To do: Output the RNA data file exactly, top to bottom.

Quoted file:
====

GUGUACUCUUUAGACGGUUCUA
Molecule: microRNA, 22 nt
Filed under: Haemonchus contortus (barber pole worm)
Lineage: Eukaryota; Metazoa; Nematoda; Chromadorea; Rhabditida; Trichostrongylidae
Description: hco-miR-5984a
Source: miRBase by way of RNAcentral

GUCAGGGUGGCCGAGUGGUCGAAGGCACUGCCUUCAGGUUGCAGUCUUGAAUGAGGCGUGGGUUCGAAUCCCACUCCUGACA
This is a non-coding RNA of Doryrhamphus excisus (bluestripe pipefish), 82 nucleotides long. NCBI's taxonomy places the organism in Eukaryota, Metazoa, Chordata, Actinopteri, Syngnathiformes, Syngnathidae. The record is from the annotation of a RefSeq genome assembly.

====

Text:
GUGUACUCUUUAGACGGUUCUA
Molecule: microRNA, 22 nt
Filed under: Haemonchus contortus (barber pole worm)
Lineage: Eukaryota; Metazoa; Nematoda; Chromadorea; Rhabditida; Trichostrongylidae
Description: hco-miR-5984a
Source: miRBase by way of RNAcentral

GUCAGGGUGGCCGAGUGGUCGAAGGCACUGCCUUCAGGUUGCAGUCUUGAAUGAGGCGUGGGUUCGAAUCCCACUCCUGACA
This is a non-coding RNA of Doryrhamphus excisus (bluestripe pipefish), 82 nucleotides long. NCBI's taxonomy places the organism in Eukaryota, Metazoa, Chordata, Actinopteri, Syngnathiformes, Syngnathidae. The record is from the annotation of a RefSeq genome assembly.